Page 3, 2nd January 1959

2nd January 1959
Page 3
Page 3, 2nd January 1959 — France's prince of poets

Report an error

Noticed an error on this page?
If you've noticed an error in this article please click here to report it.


Locations: London


Related articles

Highlife In A Chosen Exile

Page 6 from 13th December 1991

Rome Licences Poetic Outcasts

Page 1 from 23rd February 1996

An Original For Dorian Gray'

Page 10 from 12th June 1992

Academic Stuffymindedness

Page 4 from 10th July 1936


Page 13 from 27th July 1935

France's prince of poets

'VERLAINE. by Lawrence and Elizabeth Hanson (Chatto, Ms.).

AS elusive as mist and as persistent as dew-that is one way of saying something about

Verlaine's poetry. Nor. on his visits to London, did he experience fog for nothing.

Always, his landscapes are of retreating figures. Perhaps at the best these are guesses about his Muse, guesses that may be followed like those retreating figures until suddenly they too are lost in a swirl of mist or enveloping fog.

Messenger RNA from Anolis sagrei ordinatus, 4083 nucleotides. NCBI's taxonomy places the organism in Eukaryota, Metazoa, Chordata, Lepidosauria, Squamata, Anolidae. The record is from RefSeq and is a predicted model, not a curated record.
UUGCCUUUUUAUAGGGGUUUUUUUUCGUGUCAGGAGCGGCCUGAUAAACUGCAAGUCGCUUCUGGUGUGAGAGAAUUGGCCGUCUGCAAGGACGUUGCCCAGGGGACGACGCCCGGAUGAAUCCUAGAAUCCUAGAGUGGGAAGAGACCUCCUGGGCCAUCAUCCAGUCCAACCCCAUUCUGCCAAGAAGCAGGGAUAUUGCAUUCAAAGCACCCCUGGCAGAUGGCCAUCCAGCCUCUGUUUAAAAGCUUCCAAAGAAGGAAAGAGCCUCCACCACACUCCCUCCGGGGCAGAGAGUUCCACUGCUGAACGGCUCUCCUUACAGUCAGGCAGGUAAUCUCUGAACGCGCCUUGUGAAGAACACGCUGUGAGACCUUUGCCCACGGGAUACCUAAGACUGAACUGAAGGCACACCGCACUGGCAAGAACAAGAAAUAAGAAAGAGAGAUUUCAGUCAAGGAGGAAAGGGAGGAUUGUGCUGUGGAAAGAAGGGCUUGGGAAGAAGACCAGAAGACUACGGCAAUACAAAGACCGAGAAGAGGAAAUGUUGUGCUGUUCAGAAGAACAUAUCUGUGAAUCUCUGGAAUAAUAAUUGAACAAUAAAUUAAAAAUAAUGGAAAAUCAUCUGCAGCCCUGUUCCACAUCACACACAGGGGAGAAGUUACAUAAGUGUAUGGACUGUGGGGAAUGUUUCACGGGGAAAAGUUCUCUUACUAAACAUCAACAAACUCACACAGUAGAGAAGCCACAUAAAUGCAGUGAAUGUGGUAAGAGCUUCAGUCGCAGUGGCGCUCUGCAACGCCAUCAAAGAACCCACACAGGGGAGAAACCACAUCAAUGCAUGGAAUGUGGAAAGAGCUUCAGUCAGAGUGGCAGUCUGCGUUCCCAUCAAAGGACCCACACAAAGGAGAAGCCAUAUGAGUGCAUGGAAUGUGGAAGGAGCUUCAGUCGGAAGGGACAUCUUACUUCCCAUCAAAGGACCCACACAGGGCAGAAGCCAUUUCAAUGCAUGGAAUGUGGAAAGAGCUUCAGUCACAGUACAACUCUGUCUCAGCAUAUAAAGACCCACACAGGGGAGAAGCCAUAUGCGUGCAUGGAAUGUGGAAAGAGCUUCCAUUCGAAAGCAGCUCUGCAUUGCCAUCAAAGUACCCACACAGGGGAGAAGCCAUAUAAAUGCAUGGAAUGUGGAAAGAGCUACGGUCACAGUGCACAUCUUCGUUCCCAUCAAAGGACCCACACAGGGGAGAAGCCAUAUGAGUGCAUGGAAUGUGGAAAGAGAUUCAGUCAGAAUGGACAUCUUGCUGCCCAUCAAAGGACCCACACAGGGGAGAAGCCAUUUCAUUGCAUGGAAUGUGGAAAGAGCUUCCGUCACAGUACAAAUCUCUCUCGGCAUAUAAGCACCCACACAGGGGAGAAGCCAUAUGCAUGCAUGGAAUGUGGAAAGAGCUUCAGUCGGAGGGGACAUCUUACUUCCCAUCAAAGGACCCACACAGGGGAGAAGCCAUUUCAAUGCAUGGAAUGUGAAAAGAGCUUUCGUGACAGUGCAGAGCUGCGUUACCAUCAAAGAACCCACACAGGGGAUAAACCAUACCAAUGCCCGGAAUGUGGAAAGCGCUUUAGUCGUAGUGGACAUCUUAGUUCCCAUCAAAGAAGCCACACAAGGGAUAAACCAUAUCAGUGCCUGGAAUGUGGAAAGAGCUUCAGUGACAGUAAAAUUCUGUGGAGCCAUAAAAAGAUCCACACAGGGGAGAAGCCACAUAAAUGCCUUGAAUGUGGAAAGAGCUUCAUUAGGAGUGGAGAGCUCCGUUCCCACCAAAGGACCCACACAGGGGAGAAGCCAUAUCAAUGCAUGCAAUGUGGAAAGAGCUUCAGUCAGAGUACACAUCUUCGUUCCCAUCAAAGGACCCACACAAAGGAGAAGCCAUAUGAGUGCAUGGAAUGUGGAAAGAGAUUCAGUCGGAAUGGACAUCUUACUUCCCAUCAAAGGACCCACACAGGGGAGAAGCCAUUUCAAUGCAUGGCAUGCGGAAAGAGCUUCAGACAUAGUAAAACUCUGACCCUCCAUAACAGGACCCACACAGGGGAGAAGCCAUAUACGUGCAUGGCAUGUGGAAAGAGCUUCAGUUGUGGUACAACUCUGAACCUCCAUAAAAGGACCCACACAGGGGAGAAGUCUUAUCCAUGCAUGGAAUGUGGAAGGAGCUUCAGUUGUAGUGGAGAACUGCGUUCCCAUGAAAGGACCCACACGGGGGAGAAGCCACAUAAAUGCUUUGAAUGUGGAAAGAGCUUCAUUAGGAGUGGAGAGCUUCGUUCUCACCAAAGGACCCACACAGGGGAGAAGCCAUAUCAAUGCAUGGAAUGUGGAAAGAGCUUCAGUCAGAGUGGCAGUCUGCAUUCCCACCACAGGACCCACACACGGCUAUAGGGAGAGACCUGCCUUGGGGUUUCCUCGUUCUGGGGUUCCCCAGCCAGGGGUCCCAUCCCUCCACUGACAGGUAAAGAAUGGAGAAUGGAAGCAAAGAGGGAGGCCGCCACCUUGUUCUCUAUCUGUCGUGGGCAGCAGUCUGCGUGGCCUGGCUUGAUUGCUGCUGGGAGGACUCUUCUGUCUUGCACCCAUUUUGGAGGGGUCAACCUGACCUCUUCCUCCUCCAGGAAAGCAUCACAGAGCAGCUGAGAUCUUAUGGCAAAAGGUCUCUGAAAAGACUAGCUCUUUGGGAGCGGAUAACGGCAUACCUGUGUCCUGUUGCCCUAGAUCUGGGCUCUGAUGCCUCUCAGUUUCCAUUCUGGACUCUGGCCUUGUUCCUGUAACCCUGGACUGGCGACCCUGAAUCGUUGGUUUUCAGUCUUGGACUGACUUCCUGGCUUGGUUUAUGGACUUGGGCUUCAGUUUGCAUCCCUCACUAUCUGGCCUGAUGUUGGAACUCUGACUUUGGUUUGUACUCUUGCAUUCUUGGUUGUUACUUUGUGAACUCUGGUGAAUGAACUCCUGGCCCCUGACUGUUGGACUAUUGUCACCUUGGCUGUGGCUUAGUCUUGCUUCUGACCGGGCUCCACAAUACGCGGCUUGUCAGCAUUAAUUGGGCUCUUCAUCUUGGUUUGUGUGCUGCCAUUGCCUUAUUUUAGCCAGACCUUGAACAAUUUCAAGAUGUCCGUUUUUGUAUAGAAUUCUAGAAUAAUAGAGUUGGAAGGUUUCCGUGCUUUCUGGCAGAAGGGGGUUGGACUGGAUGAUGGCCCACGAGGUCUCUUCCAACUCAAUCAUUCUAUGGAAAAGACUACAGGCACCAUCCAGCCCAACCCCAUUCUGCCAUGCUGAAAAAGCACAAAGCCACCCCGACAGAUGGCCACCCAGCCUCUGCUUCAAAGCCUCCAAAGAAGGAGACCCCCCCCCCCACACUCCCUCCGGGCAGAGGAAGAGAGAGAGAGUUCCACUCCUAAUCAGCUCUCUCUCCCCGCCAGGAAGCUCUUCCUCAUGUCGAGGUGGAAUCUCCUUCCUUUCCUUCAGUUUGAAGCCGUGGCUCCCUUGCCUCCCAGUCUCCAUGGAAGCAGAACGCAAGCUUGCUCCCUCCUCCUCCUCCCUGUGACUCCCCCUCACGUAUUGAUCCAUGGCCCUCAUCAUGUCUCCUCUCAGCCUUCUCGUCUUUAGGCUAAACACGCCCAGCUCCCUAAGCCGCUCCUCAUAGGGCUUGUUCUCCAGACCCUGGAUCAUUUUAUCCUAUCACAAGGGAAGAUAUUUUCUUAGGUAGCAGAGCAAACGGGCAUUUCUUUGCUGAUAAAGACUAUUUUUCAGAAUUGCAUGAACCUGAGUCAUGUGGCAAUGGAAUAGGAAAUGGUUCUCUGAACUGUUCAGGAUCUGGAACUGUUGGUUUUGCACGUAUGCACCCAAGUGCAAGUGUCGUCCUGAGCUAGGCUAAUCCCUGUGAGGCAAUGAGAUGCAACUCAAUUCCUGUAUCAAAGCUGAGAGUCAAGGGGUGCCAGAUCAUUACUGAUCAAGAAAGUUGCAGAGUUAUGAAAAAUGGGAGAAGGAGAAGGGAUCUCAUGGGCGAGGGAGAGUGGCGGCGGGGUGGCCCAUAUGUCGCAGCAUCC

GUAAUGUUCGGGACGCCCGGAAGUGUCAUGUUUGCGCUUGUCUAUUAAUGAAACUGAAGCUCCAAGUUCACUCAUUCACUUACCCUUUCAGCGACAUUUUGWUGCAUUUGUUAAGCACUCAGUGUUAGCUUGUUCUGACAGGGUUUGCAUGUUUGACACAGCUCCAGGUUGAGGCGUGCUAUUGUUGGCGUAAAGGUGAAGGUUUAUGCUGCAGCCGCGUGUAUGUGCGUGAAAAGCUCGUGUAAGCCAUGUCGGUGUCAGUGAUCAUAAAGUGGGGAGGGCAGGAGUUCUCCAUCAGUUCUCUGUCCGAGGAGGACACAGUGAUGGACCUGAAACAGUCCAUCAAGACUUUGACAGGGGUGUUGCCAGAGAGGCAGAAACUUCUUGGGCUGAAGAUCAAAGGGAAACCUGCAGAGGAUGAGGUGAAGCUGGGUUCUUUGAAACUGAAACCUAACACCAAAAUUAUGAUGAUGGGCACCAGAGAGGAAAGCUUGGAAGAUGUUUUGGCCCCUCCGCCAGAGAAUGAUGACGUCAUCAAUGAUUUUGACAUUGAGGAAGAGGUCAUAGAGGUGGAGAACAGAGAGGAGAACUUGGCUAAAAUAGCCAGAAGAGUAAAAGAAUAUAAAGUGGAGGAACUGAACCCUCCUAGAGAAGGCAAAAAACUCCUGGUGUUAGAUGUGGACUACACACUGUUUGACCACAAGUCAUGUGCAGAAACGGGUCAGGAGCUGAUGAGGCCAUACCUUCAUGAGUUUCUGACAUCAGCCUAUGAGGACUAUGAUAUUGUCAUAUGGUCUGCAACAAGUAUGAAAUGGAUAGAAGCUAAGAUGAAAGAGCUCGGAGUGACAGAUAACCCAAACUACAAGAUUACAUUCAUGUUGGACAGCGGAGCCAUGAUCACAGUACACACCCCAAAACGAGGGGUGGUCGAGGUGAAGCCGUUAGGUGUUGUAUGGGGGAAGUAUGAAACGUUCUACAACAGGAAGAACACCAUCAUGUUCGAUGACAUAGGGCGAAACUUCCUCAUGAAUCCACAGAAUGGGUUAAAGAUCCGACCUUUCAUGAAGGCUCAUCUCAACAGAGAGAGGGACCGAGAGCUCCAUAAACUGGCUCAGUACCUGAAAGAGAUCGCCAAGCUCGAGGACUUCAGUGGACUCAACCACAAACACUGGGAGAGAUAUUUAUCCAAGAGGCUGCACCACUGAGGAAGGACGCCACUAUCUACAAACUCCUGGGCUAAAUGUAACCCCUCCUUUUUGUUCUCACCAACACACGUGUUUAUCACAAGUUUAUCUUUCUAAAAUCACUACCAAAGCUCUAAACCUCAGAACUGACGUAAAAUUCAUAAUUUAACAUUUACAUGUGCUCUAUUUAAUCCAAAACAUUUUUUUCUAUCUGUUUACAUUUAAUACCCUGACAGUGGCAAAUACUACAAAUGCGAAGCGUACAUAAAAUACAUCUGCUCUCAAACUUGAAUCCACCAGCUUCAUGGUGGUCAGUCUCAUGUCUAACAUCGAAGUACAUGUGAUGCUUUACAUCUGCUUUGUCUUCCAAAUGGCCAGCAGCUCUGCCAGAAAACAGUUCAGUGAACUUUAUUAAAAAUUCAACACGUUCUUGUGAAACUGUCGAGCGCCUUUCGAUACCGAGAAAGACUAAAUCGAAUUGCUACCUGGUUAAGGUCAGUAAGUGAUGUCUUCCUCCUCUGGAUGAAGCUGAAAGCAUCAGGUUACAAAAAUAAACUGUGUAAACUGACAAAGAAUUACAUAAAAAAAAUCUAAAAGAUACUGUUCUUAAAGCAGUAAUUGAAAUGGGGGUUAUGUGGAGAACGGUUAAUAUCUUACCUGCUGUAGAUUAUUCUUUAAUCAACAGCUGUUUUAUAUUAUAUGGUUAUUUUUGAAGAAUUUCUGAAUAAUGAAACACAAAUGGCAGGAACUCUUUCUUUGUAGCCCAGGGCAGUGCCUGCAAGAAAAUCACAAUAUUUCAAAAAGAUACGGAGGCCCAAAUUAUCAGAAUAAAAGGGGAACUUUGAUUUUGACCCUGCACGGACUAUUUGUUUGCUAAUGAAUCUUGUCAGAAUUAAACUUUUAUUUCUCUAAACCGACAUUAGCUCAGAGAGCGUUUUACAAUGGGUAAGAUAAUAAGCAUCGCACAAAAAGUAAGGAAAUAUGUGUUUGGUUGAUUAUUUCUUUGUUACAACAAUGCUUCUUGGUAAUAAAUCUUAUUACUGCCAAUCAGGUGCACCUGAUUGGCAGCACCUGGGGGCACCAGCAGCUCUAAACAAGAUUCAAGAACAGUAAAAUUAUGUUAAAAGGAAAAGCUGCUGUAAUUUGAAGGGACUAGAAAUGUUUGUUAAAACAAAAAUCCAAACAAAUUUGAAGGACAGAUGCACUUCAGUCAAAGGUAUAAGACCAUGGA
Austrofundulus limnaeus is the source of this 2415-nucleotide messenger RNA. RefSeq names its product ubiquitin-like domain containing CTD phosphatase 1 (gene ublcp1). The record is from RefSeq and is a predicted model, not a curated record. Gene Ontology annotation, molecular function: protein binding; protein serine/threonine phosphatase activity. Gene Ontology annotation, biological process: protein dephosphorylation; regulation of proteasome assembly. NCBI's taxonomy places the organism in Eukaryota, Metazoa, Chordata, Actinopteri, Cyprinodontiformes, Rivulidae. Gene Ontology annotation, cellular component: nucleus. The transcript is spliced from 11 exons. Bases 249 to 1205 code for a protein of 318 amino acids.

In this new biography, there is no such guessing. For the first time, the authors have had the advantage of reading all the unpublished as well as published letters of the poet; the book that has therefore resulted is carefully annotated, if a little unadventurous.

'I am feminine'

IN the last chapter Mr. and Mrs. Hanson claim that more than most men Verlaine resists summing up in a phrase or two." Yet the poet himself once confessed: " I am feminine-and this explains lots of things."

For he saw his Muse as a woman who was both his temptress and his salvation; she was Eve who had brought man out of paradise and

she was Mary who would lead man back.

And to bring a reconciliation between these two was the unheard melody that lay behind all his song; it was what gave it that haunting duality that belies the human condition.


blog comments powered by Disqus